Unleashing The Power Of Data And Technology To Rebalance The World

Caroline Anstey | The Atlantic | November 19, 2012

Developing countries have moved from being the site of development initiatives to the transmitter of development innovation.

In the 20th century, economic growth was driven by the ability to transport goods and people efficiently and economically - with automobiles, planes and ships. In the 21st century, it will be the ability to produce, capture, communicate and analyze information to drive new forms of growth and social development.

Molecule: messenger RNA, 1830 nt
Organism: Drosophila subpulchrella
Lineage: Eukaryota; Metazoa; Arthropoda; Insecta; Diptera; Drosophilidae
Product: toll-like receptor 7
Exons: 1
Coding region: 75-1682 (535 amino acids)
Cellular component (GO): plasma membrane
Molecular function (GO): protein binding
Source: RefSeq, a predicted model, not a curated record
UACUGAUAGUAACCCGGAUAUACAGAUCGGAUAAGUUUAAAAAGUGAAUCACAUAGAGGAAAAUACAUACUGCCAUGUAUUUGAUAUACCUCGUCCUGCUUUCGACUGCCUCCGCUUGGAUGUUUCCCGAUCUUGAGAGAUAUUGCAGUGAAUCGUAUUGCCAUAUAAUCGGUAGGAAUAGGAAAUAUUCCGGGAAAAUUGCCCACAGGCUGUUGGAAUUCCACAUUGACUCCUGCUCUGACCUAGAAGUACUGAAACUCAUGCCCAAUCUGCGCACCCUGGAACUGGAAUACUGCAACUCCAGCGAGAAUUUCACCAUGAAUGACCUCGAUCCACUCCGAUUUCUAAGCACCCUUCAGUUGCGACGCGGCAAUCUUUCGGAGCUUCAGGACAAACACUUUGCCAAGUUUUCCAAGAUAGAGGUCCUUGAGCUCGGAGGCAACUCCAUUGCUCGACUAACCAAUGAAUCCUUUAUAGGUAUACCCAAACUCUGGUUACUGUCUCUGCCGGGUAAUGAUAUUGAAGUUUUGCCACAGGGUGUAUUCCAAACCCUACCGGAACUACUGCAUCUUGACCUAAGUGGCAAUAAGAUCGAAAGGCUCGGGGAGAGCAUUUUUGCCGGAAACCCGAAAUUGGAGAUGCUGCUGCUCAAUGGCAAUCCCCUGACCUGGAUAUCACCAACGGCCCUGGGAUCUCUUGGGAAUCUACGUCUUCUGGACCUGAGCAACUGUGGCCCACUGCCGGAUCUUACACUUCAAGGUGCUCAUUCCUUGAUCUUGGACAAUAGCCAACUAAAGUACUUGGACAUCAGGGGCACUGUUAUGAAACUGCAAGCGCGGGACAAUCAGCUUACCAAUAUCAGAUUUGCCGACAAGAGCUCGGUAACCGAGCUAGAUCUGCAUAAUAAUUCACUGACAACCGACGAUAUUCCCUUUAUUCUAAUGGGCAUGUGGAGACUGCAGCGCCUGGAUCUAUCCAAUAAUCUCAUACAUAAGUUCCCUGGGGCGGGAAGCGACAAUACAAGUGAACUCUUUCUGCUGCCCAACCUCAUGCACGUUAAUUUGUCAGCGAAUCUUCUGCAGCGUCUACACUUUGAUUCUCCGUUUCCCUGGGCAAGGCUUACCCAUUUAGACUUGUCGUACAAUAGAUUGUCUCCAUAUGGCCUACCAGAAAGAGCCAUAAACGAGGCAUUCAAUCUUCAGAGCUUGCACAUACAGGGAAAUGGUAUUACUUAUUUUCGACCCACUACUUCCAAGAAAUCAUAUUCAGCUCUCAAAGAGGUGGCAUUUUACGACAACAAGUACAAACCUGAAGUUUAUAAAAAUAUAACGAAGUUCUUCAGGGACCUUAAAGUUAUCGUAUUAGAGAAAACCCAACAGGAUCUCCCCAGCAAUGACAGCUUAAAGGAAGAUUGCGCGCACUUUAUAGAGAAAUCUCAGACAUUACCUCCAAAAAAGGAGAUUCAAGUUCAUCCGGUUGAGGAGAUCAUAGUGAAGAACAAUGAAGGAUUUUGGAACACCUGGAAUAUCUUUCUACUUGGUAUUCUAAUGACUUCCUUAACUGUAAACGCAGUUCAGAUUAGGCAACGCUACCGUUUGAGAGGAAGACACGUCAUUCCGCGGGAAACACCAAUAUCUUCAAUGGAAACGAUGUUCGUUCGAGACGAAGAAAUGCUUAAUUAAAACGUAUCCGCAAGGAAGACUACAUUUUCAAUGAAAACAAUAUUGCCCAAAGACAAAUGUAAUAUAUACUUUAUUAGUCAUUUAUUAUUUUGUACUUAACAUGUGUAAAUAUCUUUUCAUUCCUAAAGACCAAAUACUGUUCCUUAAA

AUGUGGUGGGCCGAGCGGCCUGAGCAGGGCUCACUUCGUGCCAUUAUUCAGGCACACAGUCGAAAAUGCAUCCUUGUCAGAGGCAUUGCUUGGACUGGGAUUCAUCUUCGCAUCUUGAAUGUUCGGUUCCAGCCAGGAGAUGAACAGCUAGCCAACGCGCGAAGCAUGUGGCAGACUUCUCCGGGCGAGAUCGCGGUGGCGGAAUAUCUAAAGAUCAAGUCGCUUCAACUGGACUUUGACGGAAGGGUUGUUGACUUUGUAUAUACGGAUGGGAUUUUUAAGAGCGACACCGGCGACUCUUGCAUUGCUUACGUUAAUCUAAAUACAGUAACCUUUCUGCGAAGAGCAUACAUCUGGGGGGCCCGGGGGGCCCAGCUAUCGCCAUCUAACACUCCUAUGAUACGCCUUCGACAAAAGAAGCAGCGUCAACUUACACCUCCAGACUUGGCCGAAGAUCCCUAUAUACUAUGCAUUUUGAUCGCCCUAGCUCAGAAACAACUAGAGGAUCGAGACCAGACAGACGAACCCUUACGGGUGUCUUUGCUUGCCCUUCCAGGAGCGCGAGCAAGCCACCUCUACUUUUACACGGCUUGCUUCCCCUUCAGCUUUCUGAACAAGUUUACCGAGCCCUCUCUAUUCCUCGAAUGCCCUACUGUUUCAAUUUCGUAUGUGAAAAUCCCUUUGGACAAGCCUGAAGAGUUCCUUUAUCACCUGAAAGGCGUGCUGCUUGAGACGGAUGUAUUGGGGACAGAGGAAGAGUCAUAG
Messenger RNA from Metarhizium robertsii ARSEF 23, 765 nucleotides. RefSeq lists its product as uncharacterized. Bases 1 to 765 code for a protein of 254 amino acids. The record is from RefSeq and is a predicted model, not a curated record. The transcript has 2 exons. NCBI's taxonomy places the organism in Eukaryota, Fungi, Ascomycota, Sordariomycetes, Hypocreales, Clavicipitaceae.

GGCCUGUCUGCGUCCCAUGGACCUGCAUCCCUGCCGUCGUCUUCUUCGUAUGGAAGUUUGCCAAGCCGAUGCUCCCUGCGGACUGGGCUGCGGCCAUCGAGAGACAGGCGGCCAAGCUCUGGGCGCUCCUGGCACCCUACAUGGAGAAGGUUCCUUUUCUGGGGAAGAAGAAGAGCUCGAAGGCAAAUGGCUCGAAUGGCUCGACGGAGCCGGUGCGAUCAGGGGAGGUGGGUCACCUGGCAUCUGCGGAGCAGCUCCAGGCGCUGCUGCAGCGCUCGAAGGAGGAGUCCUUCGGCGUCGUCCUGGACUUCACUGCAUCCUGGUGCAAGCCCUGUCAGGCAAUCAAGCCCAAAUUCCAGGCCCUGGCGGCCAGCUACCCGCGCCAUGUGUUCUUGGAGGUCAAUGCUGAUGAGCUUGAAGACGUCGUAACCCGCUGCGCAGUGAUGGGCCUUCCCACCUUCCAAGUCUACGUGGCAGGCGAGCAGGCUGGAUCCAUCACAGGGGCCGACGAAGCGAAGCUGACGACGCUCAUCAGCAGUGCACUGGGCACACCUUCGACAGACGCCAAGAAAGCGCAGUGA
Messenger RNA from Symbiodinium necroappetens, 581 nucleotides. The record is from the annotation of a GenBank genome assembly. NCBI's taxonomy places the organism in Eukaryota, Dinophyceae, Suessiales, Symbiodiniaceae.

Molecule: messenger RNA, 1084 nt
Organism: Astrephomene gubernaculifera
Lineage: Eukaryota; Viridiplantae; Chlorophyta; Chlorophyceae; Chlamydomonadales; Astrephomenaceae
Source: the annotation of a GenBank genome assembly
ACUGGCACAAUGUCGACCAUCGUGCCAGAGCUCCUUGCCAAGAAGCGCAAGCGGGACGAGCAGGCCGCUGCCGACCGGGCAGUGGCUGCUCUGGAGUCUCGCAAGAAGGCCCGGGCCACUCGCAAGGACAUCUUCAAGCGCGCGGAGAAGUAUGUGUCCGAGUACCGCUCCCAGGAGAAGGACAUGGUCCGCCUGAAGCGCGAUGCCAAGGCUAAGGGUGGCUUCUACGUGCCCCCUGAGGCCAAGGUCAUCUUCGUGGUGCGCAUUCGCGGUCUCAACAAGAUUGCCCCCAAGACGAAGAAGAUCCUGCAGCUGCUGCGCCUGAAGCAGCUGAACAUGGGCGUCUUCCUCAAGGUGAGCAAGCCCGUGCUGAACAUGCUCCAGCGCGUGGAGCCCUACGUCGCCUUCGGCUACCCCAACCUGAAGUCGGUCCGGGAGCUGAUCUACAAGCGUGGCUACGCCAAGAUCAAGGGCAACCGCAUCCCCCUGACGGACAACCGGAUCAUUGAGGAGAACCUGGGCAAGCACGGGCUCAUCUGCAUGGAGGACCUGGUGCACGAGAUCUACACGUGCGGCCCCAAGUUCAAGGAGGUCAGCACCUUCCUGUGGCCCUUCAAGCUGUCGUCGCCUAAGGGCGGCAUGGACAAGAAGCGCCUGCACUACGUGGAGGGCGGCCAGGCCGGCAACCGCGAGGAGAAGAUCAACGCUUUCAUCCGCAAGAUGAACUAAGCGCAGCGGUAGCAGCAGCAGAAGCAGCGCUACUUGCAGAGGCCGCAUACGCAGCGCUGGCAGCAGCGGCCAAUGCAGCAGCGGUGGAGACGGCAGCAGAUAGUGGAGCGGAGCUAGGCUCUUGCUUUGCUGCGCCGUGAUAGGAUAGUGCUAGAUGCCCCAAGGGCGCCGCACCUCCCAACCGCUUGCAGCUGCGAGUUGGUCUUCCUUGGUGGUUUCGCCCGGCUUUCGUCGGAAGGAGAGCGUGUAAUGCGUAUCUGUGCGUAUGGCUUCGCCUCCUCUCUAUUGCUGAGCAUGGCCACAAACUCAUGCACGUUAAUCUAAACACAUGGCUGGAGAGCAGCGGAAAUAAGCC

If you want to think of the speed of change possible in the decade ahead, just rewind 10 years. Thirty three percent of the global population is now internet users, a growth of over 500 percent over the last 10 years. In 2000, there were fewer than one billion mobile phone subscriptions worldwide. Today there are over six billion, of which nearly five billion are in the developing world.

Just think of Kenya, where three out of four Kenyan adults pay bills and transfer money through a mobile phone, through a home grown innovation, M-Pesa. Or Rwanda, which won an innovation in technology award for one of the mobile applications for market commodity price information, eSoko, which is used by farmers, 60 percent of which are women...